Here's the setup for this tale of survival: a group oil workers drilling in Alaska are headed home from a long rotation. John Ottway (Neeson) works as the drilling site's resident marksman. His job is to cover the workers from a distance when they're in more isolated locations and to shoot any wolves who pester them. He's not a happy man who stays as far away from people as he can, deeply wounded by the death of his wife.

The plane crashes due to possibly being struck by lightning (it's one of the more visceral plane crashes ever done in a movie and it will freak you out the first time around). Ottway wakes from a dream to find himself freezing in a vicious snow storm near the sprawling wreckage of the plane.

He and the few survivors left put on what clothes and outerwear they can find to fight hypothermia and huddle in the remains of the fuselage trying to figure out what to do next. Something worth noting: the cold in this movie looks cold, because it was filmed in genuinely cold conditions with real snow. It was hard on the actors, but the results are worth it.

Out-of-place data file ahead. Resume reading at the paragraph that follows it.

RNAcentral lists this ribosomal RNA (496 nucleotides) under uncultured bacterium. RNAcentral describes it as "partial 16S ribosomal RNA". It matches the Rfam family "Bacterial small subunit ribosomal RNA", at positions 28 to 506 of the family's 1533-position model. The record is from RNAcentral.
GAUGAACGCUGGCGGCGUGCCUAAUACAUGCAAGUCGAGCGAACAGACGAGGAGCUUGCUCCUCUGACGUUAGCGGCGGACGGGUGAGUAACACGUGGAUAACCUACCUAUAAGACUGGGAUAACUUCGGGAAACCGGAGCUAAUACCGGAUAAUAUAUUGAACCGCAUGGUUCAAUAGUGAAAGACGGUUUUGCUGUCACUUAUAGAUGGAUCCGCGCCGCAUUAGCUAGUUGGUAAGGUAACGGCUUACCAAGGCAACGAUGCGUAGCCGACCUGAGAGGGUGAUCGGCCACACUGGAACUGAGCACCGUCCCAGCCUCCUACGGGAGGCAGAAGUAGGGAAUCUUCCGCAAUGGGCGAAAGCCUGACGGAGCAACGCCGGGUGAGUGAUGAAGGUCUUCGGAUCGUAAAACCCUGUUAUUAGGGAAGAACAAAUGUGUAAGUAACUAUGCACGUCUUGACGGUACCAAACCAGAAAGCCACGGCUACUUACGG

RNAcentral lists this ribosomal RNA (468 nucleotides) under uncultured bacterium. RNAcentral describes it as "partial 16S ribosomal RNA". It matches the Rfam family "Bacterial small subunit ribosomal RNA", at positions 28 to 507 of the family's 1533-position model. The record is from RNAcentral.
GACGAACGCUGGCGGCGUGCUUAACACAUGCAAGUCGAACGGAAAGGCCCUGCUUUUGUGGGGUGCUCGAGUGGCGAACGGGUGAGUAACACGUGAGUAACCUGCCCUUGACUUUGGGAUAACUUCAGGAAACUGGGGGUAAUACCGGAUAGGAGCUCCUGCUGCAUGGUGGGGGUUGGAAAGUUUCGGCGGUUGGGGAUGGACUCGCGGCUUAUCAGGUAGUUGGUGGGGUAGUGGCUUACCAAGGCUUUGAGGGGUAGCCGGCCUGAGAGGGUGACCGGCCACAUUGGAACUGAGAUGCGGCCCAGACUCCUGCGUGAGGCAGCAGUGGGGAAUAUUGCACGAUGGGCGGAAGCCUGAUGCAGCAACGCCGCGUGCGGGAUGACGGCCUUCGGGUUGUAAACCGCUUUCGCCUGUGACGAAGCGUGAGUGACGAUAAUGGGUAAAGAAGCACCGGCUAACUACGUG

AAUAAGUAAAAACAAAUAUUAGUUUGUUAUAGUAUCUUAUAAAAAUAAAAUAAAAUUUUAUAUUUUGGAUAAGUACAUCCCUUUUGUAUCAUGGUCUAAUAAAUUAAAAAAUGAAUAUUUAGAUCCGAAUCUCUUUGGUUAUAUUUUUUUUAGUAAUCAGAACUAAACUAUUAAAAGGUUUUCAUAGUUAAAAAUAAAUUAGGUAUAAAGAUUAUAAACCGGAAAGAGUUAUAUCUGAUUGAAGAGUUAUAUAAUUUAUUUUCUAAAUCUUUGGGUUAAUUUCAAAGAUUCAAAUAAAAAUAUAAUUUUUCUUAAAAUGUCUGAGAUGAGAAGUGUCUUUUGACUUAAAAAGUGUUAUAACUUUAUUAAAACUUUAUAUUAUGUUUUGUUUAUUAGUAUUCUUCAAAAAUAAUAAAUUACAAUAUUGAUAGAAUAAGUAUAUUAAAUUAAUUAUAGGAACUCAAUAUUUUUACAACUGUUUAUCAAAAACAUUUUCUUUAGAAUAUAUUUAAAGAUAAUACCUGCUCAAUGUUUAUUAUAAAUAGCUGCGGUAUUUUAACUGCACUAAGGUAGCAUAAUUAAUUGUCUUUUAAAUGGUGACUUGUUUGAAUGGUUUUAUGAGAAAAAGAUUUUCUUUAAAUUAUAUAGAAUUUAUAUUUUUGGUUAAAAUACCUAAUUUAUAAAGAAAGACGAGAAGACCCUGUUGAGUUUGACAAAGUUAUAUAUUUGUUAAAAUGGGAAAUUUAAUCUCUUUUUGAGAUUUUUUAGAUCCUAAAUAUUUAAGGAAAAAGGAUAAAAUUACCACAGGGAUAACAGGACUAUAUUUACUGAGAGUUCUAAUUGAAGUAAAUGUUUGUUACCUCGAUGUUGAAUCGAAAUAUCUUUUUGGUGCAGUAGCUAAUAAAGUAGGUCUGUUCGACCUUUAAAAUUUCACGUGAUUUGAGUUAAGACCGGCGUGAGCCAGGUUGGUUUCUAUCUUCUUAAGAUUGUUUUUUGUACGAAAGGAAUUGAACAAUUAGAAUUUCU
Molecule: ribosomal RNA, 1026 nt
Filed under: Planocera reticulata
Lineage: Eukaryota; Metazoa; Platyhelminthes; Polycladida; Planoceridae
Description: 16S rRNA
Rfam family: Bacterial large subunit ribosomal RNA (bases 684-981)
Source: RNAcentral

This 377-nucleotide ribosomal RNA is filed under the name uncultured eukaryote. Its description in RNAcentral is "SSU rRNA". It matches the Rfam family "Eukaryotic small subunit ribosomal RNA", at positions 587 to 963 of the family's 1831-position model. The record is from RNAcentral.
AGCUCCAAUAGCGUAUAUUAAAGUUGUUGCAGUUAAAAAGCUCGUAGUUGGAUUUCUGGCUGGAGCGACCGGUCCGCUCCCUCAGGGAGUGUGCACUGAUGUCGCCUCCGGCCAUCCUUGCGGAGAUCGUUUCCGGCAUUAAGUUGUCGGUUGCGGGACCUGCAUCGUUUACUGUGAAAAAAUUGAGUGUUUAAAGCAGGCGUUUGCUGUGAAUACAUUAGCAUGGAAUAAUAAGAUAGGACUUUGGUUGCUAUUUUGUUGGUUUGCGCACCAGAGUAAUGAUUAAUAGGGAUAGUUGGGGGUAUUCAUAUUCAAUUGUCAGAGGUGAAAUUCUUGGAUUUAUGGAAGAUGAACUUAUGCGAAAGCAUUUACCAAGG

From there, it's a non-stop progression of worsening circumstances, as the group quickly learns they are being stalked by a large pack of wolves.

Cast of The Grey:

  • Liam Neeson as John Ottway
  • Frank Grillo as John Diaz
  • Dermot Mulroney as Jerome Talget
  • Dallas Roberts as Pete Hendrick
  • Joe Anderson as Todd Flannery
  • Nonso Anozie as Jackson Burke
  • James Badge Dale as Luke Lewenden
  • Ben Hernandez Bray as Hernandez

Ottway is the most experienced outdoorsman of the group, and the only one who knows anything about wolves, so he becomes the de facto leader. While most survival movies have a definitive progression of things being good, then things going horribly wrong. Eventually a low point is reached, and the survivors then rally back and against all odds, some of them make it out alive. The Grey doesn't do that. At all.

It's a steady worsening of circumstances as the wolf pack gradually picks the men off one at a time, constantly following the new easy food source it has found.